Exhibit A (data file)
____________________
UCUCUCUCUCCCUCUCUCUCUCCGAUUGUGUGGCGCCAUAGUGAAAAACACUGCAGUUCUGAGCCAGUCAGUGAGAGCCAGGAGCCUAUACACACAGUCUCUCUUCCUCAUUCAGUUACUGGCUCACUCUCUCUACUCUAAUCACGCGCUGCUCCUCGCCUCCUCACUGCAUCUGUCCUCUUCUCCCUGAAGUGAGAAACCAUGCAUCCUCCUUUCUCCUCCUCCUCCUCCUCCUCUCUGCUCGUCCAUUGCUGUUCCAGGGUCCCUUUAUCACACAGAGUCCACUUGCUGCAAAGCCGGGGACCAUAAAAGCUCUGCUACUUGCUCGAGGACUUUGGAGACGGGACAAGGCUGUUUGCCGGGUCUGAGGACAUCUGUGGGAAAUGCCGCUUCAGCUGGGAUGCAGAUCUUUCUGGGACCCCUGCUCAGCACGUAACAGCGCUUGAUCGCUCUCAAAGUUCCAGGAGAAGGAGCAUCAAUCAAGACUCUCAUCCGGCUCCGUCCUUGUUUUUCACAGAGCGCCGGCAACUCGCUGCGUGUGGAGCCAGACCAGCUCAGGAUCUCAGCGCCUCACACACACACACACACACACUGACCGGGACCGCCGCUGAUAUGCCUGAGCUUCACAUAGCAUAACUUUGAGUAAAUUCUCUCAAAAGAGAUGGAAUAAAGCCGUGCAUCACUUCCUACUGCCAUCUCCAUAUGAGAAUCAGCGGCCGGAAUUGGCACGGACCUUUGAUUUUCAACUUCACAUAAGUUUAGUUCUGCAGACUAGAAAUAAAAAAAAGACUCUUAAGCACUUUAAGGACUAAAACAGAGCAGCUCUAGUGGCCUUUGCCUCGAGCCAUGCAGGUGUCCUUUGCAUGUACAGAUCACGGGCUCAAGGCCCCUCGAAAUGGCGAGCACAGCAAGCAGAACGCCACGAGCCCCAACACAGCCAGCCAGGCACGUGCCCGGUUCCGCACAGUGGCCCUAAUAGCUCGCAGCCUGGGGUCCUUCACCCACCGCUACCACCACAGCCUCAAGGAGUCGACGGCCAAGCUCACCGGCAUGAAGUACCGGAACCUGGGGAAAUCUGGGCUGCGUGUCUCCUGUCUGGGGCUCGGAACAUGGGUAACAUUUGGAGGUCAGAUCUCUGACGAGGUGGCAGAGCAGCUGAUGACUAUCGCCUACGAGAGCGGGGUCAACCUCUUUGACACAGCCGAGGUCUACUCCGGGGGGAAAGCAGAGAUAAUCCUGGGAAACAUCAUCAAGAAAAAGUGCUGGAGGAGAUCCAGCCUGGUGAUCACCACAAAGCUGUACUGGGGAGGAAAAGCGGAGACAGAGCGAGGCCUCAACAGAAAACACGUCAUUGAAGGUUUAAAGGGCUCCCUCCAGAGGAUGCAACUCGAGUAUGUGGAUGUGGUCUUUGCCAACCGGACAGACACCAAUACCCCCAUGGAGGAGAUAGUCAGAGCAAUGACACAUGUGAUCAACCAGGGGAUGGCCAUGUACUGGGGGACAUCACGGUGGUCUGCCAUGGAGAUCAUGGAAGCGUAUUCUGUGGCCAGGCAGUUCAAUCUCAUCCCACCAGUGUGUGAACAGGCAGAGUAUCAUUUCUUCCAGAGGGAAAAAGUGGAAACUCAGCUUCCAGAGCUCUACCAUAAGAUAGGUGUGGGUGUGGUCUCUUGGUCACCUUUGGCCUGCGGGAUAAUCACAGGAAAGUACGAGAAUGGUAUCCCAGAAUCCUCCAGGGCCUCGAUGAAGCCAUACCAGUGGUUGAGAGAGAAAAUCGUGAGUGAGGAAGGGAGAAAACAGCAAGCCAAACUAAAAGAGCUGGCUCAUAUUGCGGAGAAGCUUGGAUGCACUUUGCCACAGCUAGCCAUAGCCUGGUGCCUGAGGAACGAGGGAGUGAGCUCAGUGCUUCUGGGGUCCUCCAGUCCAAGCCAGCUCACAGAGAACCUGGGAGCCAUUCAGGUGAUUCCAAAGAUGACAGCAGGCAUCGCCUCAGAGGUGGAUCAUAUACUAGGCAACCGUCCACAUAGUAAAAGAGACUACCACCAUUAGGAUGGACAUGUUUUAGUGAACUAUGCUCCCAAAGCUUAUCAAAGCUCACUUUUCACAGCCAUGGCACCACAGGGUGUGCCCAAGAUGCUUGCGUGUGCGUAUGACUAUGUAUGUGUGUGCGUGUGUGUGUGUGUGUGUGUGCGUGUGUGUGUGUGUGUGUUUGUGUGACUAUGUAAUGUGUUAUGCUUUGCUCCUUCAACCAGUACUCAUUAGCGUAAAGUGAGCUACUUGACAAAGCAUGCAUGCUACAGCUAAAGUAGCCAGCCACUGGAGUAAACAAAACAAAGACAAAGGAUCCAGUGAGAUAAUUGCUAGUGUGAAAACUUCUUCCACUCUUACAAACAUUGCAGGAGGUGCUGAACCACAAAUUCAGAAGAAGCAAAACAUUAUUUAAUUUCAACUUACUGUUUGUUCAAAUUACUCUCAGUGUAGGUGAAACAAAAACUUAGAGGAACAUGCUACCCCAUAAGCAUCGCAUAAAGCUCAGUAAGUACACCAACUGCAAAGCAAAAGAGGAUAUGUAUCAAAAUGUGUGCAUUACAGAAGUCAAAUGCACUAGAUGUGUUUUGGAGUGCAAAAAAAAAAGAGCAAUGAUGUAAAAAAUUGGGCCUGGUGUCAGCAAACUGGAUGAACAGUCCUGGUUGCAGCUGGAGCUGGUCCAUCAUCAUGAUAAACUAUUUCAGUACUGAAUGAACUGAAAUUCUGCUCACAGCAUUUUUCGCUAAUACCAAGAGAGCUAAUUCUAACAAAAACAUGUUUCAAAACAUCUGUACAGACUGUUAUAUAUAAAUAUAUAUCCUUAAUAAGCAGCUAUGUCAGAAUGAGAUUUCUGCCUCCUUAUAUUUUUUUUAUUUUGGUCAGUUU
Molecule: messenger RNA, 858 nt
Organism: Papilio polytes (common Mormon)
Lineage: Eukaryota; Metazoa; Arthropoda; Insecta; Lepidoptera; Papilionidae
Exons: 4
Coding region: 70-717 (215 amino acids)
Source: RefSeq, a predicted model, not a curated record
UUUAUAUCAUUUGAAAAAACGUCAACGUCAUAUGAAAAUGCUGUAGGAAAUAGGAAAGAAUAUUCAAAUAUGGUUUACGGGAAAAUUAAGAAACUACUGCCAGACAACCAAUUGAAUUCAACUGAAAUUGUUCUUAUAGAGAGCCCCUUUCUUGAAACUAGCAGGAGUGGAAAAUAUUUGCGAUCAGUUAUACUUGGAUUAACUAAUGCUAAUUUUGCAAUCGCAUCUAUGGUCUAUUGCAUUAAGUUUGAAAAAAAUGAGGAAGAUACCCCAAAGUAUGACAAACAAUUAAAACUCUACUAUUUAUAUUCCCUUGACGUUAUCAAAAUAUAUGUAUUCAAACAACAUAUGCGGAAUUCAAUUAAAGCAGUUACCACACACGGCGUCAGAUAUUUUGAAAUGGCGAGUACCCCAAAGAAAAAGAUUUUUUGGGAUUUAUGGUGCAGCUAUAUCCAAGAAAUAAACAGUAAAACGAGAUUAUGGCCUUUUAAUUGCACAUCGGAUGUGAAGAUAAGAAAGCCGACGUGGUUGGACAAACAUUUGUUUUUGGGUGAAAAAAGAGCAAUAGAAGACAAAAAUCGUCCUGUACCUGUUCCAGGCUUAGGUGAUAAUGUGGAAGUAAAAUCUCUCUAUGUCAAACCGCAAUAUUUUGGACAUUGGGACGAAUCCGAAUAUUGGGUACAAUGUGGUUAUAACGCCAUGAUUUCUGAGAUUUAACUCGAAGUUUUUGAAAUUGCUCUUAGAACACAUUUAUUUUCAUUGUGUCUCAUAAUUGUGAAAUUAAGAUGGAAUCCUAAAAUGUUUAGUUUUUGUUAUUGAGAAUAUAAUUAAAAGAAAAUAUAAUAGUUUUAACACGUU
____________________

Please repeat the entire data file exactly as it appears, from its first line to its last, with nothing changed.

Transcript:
UCUCUCUCUCCCUCUCUCUCUCCGAUUGUGUGGCGCCAUAGUGAAAAACACUGCAGUUCUGAGCCAGUCAGUGAGAGCCAGGAGCCUAUACACACAGUCUCUCUUCCUCAUUCAGUUACUGGCUCACUCUCUCUACUCUAAUCACGCGCUGCUCCUCGCCUCCUCACUGCAUCUGUCCUCUUCUCCCUGAAGUGAGAAACCAUGCAUCCUCCUUUCUCCUCCUCCUCCUCCUCCUCUCUGCUCGUCCAUUGCUGUUCCAGGGUCCCUUUAUCACACAGAGUCCACUUGCUGCAAAGCCGGGGACCAUAAAAGCUCUGCUACUUGCUCGAGGACUUUGGAGACGGGACAAGGCUGUUUGCCGGGUCUGAGGACAUCUGUGGGAAAUGCCGCUUCAGCUGGGAUGCAGAUCUUUCUGGGACCCCUGCUCAGCACGUAACAGCGCUUGAUCGCUCUCAAAGUUCCAGGAGAAGGAGCAUCAAUCAAGACUCUCAUCCGGCUCCGUCCUUGUUUUUCACAGAGCGCCGGCAACUCGCUGCGUGUGGAGCCAGACCAGCUCAGGAUCUCAGCGCCUCACACACACACACACACACACUGACCGGGACCGCCGCUGAUAUGCCUGAGCUUCACAUAGCAUAACUUUGAGUAAAUUCUCUCAAAAGAGAUGGAAUAAAGCCGUGCAUCACUUCCUACUGCCAUCUCCAUAUGAGAAUCAGCGGCCGGAAUUGGCACGGACCUUUGAUUUUCAACUUCACAUAAGUUUAGUUCUGCAGACUAGAAAUAAAAAAAAGACUCUUAAGCACUUUAAGGACUAAAACAGAGCAGCUCUAGUGGCCUUUGCCUCGAGCCAUGCAGGUGUCCUUUGCAUGUACAGAUCACGGGCUCAAGGCCCCUCGAAAUGGCGAGCACAGCAAGCAGAACGCCACGAGCCCCAACACAGCCAGCCAGGCACGUGCCCGGUUCCGCACAGUGGCCCUAAUAGCUCGCAGCCUGGGGUCCUUCACCCACCGCUACCACCACAGCCUCAAGGAGUCGACGGCCAAGCUCACCGGCAUGAAGUACCGGAACCUGGGGAAAUCUGGGCUGCGUGUCUCCUGUCUGGGGCUCGGAACAUGGGUAACAUUUGGAGGUCAGAUCUCUGACGAGGUGGCAGAGCAGCUGAUGACUAUCGCCUACGAGAGCGGGGUCAACCUCUUUGACACAGCCGAGGUCUACUCCGGGGGGAAAGCAGAGAUAAUCCUGGGAAACAUCAUCAAGAAAAAGUGCUGGAGGAGAUCCAGCCUGGUGAUCACCACAAAGCUGUACUGGGGAGGAAAAGCGGAGACAGAGCGAGGCCUCAACAGAAAACACGUCAUUGAAGGUUUAAAGGGCUCCCUCCAGAGGAUGCAACUCGAGUAUGUGGAUGUGGUCUUUGCCAACCGGACAGACACCAAUACCCCCAUGGAGGAGAUAGUCAGAGCAAUGACACAUGUGAUCAACCAGGGGAUGGCCAUGUACUGGGGGACAUCACGGUGGUCUGCCAUGGAGAUCAUGGAAGCGUAUUCUGUGGCCAGGCAGUUCAAUCUCAUCCCACCAGUGUGUGAACAGGCAGAGUAUCAUUUCUUCCAGAGGGAAAAAGUGGAAACUCAGCUUCCAGAGCUCUACCAUAAGAUAGGUGUGGGUGUGGUCUCUUGGUCACCUUUGGCCUGCGGGAUAAUCACAGGAAAGUACGAGAAUGGUAUCCCAGAAUCCUCCAGGGCCUCGAUGAAGCCAUACCAGUGGUUGAGAGAGAAAAUCGUGAGUGAGGAAGGGAGAAAACAGCAAGCCAAACUAAAAGAGCUGGCUCAUAUUGCGGAGAAGCUUGGAUGCACUUUGCCACAGCUAGCCAUAGCCUGGUGCCUGAGGAACGAGGGAGUGAGCUCAGUGCUUCUGGGGUCCUCCAGUCCAAGCCAGCUCACAGAGAACCUGGGAGCCAUUCAGGUGAUUCCAAAGAUGACAGCAGGCAUCGCCUCAGAGGUGGAUCAUAUACUAGGCAACCGUCCACAUAGUAAAAGAGACUACCACCAUUAGGAUGGACAUGUUUUAGUGAACUAUGCUCCCAAAGCUUAUCAAAGCUCACUUUUCACAGCCAUGGCACCACAGGGUGUGCCCAAGAUGCUUGCGUGUGCGUAUGACUAUGUAUGUGUGUGCGUGUGUGUGUGUGUGUGUGUGCGUGUGUGUGUGUGUGUGUUUGUGUGACUAUGUAAUGUGUUAUGCUUUGCUCCUUCAACCAGUACUCAUUAGCGUAAAGUGAGCUACUUGACAAAGCAUGCAUGCUACAGCUAAAGUAGCCAGCCACUGGAGUAAACAAAACAAAGACAAAGGAUCCAGUGAGAUAAUUGCUAGUGUGAAAACUUCUUCCACUCUUACAAACAUUGCAGGAGGUGCUGAACCACAAAUUCAGAAGAAGCAAAACAUUAUUUAAUUUCAACUUACUGUUUGUUCAAAUUACUCUCAGUGUAGGUGAAACAAAAACUUAGAGGAACAUGCUACCCCAUAAGCAUCGCAUAAAGCUCAGUAAGUACACCAACUGCAAAGCAAAAGAGGAUAUGUAUCAAAAUGUGUGCAUUACAGAAGUCAAAUGCACUAGAUGUGUUUUGGAGUGCAAAAAAAAAAGAGCAAUGAUGUAAAAAAUUGGGCCUGGUGUCAGCAAACUGGAUGAACAGUCCUGGUUGCAGCUGGAGCUGGUCCAUCAUCAUGAUAAACUAUUUCAGUACUGAAUGAACUGAAAUUCUGCUCACAGCAUUUUUCGCUAAUACCAAGAGAGCUAAUUCUAACAAAAACAUGUUUCAAAACAUCUGUACAGACUGUUAUAUAUAAAUAUAUAUCCUUAAUAAGCAGCUAUGUCAGAAUGAGAUUUCUGCCUCCUUAUAUUUUUUUUAUUUUGGUCAGUUU
Molecule: messenger RNA, 858 nt
Organism: Papilio polytes (common Mormon)
Lineage: Eukaryota; Metazoa; Arthropoda; Insecta; Lepidoptera; Papilionidae
Exons: 4
Coding region: 70-717 (215 amino acids)
Source: RefSeq, a predicted model, not a curated record
UUUAUAUCAUUUGAAAAAACGUCAACGUCAUAUGAAAAUGCUGUAGGAAAUAGGAAAGAAUAUUCAAAUAUGGUUUACGGGAAAAUUAAGAAACUACUGCCAGACAACCAAUUGAAUUCAACUGAAAUUGUUCUUAUAGAGAGCCCCUUUCUUGAAACUAGCAGGAGUGGAAAAUAUUUGCGAUCAGUUAUACUUGGAUUAACUAAUGCUAAUUUUGCAAUCGCAUCUAUGGUCUAUUGCAUUAAGUUUGAAAAAAAUGAGGAAGAUACCCCAAAGUAUGACAAACAAUUAAAACUCUACUAUUUAUAUUCCCUUGACGUUAUCAAAAUAUAUGUAUUCAAACAACAUAUGCGGAAUUCAAUUAAAGCAGUUACCACACACGGCGUCAGAUAUUUUGAAAUGGCGAGUACCCCAAAGAAAAAGAUUUUUUGGGAUUUAUGGUGCAGCUAUAUCCAAGAAAUAAACAGUAAAACGAGAUUAUGGCCUUUUAAUUGCACAUCGGAUGUGAAGAUAAGAAAGCCGACGUGGUUGGACAAACAUUUGUUUUUGGGUGAAAAAAGAGCAAUAGAAGACAAAAAUCGUCCUGUACCUGUUCCAGGCUUAGGUGAUAAUGUGGAAGUAAAAUCUCUCUAUGUCAAACCGCAAUAUUUUGGACAUUGGGACGAAUCCGAAUAUUGGGUACAAUGUGGUUAUAACGCCAUGAUUUCUGAGAUUUAACUCGAAGUUUUUGAAAUUGCUCUUAGAACACAUUUAUUUUCAUUGUGUCUCAUAAUUGUGAAAUUAAGAUGGAAUCCUAAAAUGUUUAGUUUUUGUUAUUGAGAAUAUAAUUAAAAGAAAAUAUAAUAGUUUUAACACGUU